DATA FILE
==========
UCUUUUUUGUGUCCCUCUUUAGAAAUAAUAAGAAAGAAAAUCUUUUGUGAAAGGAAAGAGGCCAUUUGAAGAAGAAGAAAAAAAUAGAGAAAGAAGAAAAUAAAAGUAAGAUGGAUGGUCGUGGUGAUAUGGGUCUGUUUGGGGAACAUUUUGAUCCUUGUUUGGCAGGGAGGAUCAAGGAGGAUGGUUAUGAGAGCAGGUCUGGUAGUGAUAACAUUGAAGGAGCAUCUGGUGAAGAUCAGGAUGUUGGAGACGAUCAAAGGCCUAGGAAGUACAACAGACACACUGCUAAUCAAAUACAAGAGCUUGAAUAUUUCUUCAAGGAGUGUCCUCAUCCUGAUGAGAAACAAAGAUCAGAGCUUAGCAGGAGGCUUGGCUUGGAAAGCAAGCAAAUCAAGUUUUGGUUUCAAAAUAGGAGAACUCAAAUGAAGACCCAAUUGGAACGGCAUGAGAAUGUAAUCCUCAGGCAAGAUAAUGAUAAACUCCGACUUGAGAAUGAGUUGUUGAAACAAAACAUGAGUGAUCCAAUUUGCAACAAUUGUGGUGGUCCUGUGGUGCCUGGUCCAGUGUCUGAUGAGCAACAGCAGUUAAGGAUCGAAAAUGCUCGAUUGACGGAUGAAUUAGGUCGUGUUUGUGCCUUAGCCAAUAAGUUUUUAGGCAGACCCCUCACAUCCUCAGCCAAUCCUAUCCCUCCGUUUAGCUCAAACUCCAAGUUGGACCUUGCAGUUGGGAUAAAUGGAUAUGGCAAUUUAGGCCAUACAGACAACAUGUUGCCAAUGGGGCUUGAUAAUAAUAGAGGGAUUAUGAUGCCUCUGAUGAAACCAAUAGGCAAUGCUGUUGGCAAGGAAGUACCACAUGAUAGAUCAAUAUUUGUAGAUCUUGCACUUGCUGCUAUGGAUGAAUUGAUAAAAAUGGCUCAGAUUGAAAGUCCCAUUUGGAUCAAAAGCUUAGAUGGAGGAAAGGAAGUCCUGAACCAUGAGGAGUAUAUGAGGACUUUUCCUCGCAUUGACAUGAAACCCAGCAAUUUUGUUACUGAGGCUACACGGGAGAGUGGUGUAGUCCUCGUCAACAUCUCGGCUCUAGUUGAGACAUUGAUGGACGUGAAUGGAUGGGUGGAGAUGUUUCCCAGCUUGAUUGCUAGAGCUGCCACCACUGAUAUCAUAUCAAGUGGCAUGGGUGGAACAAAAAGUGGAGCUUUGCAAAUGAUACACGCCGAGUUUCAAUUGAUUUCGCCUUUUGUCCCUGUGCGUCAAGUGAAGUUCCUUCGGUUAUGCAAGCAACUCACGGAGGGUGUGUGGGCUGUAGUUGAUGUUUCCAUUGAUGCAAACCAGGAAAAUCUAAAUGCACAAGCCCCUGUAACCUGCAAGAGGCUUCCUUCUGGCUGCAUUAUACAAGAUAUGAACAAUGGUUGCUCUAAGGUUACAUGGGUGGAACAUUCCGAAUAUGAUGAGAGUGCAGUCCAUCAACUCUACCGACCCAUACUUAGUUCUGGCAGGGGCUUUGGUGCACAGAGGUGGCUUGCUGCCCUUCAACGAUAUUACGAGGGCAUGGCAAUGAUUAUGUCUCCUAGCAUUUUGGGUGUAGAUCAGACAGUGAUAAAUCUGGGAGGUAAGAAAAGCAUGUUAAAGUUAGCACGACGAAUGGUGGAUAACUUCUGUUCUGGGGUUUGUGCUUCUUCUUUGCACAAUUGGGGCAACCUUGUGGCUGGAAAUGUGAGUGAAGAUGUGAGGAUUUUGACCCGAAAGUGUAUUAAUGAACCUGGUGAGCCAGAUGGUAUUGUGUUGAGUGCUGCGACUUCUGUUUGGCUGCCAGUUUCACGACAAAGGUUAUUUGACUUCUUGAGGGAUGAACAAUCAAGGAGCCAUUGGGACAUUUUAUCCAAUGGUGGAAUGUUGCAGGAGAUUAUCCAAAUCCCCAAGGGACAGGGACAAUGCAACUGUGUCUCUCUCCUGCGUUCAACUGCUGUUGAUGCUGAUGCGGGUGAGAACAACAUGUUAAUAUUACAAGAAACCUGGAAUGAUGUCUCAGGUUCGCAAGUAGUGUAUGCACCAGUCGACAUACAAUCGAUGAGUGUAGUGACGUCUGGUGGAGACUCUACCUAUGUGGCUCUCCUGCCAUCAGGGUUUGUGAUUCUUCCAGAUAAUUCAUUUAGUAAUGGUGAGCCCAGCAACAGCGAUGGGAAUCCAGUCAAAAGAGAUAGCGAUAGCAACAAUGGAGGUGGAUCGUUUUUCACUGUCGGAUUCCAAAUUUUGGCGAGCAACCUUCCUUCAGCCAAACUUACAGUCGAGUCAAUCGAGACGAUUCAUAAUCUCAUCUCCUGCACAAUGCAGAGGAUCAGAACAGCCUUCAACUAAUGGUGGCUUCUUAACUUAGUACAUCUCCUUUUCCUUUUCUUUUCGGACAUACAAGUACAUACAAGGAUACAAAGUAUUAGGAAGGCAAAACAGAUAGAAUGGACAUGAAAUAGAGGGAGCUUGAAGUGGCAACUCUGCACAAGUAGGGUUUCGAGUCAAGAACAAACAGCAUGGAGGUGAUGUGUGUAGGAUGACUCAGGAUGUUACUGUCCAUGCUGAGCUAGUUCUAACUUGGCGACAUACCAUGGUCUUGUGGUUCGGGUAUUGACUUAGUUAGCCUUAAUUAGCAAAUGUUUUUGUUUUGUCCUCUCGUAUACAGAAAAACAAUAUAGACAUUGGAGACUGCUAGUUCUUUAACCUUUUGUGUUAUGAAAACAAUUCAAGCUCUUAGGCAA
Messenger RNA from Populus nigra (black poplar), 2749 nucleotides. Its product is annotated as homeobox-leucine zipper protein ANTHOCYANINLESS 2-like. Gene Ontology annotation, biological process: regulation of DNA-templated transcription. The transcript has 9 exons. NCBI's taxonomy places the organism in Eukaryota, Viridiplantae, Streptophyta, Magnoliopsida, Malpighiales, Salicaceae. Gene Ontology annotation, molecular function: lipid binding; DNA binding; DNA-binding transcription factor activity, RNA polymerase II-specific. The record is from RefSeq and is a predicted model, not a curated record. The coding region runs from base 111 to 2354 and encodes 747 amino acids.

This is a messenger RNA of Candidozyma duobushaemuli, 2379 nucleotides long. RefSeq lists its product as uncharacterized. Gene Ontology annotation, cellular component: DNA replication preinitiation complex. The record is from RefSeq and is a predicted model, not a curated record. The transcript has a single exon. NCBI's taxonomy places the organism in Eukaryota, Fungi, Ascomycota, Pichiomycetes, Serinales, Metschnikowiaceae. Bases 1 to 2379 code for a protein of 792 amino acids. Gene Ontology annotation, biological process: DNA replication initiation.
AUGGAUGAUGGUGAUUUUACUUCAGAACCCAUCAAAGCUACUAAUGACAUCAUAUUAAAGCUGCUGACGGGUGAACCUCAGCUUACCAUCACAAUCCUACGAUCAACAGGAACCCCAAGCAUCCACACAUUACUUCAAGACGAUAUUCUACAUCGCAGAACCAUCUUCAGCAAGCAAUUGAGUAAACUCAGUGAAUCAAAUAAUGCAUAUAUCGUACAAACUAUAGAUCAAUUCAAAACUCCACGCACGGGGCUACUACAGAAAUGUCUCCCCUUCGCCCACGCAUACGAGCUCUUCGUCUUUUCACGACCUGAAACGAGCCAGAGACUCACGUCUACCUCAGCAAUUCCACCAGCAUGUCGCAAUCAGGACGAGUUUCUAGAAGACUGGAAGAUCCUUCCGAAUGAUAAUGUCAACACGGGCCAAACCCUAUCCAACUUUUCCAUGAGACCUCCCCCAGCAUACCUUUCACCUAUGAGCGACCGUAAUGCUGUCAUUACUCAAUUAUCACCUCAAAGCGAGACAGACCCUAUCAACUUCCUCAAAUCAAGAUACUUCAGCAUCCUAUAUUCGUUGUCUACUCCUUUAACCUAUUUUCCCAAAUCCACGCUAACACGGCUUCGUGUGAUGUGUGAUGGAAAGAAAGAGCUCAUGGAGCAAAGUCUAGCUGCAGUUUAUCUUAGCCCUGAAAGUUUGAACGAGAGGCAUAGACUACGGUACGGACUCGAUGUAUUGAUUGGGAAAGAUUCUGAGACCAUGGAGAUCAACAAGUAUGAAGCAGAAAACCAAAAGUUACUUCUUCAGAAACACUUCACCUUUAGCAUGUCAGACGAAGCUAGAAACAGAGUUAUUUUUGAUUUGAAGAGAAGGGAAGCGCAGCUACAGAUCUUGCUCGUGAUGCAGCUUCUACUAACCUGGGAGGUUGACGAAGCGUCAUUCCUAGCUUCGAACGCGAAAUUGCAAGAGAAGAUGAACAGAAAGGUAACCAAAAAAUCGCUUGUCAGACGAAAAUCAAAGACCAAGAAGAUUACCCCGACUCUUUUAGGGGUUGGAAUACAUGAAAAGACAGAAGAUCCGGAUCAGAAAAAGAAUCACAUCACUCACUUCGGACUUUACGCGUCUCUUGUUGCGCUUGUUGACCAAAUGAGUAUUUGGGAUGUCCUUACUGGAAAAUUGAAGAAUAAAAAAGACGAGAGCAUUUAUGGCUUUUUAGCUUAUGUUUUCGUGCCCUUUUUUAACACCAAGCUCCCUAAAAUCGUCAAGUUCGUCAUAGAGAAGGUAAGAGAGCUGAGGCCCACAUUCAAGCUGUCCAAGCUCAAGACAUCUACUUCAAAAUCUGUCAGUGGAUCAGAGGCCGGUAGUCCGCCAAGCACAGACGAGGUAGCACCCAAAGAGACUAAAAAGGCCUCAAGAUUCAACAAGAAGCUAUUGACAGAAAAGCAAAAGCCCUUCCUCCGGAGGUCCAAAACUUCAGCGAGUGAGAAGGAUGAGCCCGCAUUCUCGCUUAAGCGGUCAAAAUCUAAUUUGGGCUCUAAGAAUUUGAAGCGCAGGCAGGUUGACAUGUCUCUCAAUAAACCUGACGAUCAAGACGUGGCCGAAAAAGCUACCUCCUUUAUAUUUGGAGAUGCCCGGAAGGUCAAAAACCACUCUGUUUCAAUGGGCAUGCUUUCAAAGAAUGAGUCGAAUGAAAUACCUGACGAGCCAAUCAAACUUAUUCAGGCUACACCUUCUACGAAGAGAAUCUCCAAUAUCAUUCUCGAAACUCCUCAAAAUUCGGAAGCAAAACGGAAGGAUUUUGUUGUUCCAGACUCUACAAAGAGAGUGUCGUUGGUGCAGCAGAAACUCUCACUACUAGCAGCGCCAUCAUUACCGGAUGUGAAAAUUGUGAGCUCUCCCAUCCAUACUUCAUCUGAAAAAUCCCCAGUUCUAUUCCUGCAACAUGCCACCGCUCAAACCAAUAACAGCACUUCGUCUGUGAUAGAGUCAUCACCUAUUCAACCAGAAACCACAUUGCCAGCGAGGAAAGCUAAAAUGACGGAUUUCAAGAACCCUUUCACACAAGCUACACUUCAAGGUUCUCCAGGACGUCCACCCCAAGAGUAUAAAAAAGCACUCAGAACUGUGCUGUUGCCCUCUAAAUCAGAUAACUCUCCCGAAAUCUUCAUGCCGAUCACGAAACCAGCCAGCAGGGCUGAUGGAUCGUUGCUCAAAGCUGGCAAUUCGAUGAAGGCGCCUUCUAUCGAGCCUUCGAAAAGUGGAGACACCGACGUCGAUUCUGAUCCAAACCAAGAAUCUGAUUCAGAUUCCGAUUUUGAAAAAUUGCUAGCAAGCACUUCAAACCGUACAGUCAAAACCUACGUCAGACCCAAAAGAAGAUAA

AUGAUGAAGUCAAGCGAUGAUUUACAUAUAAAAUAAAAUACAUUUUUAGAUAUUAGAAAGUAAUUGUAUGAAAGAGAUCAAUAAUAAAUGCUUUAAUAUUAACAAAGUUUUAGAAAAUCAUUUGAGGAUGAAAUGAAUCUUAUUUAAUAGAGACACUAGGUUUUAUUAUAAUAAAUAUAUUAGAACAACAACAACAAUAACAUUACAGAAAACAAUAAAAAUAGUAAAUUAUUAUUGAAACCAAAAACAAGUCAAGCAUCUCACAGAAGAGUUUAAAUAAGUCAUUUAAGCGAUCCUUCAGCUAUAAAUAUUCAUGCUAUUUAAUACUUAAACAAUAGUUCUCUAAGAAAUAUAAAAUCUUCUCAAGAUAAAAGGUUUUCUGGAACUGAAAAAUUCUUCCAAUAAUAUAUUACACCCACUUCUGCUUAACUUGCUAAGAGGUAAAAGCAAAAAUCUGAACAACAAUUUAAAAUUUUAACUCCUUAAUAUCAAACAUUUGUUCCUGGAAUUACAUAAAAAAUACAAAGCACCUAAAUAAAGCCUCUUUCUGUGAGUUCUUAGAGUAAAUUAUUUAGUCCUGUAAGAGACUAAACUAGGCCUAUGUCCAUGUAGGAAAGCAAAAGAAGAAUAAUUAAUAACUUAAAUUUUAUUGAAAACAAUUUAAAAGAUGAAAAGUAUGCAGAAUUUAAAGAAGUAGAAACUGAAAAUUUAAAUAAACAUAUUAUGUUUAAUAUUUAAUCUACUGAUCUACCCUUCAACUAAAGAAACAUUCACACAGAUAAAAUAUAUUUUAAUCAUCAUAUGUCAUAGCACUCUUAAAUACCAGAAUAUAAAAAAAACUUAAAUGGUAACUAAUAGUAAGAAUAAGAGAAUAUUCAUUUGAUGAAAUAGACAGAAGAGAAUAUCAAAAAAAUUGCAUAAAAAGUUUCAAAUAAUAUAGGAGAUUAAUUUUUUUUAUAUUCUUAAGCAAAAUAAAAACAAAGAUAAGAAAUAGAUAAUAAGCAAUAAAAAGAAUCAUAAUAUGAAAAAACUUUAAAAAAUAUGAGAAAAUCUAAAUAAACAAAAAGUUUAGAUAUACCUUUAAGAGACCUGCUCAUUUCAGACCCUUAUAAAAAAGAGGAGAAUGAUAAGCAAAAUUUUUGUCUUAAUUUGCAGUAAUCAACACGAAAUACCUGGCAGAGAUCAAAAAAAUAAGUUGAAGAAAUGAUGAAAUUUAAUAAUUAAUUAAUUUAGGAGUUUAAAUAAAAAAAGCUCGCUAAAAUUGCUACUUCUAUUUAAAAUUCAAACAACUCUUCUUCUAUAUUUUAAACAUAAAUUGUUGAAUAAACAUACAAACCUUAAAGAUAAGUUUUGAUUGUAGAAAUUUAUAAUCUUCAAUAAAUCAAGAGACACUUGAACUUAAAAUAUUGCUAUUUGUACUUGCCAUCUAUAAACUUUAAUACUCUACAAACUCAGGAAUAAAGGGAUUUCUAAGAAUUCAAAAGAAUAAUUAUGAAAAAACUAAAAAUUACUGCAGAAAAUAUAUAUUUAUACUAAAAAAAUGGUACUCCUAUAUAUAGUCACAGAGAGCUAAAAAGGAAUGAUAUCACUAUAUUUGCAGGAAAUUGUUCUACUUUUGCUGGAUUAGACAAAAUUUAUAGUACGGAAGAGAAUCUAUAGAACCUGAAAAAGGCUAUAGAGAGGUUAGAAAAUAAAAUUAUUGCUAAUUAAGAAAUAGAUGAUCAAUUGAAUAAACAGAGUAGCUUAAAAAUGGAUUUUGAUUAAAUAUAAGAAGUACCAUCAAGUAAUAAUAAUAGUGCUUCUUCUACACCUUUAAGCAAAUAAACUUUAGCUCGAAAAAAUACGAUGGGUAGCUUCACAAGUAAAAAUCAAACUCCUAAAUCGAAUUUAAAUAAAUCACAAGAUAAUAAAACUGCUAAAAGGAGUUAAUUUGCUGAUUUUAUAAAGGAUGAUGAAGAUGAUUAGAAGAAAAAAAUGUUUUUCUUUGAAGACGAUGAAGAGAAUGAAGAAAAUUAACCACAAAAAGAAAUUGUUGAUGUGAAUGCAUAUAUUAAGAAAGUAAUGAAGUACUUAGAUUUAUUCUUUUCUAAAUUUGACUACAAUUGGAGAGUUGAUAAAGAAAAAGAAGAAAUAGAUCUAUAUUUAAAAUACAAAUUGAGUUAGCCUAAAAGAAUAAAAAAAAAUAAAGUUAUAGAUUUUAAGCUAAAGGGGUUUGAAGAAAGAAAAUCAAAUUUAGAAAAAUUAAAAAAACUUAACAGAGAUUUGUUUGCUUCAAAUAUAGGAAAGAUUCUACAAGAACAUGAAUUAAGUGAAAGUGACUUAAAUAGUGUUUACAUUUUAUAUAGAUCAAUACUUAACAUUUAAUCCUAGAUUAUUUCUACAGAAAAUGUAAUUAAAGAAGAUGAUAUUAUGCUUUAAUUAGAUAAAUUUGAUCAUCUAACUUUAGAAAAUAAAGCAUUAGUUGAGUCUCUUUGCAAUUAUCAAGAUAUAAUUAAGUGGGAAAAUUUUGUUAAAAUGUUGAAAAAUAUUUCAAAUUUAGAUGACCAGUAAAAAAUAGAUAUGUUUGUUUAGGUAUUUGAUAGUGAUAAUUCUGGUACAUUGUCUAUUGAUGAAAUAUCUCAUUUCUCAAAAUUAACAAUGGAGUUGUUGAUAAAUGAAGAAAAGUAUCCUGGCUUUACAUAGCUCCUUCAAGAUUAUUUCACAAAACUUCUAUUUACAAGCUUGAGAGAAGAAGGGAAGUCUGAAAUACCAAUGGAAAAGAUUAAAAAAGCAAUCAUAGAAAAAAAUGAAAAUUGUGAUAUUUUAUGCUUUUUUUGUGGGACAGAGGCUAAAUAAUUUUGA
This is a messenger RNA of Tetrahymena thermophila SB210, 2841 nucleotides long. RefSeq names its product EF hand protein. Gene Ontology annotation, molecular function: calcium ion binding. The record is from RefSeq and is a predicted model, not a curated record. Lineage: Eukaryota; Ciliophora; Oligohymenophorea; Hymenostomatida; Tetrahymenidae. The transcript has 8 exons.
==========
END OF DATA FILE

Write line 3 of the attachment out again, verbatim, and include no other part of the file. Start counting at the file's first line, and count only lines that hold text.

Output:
This is a messenger RNA of Candidozyma duobushaemuli, 2379 nucleotides long. RefSeq lists its product as uncharacterized. Gene Ontology annotation, cellular component: DNA replication preinitiation complex. The record is from RefSeq and is a predicted model, not a curated record. The transcript has a single exon. NCBI's taxonomy places the organism in Eukaryota, Fungi, Ascomycota, Pichiomycetes, Serinales, Metschnikowiaceae. Bases 1 to 2379 code for a protein of 792 amino acids. Gene Ontology annotation, biological process: DNA replication initiation.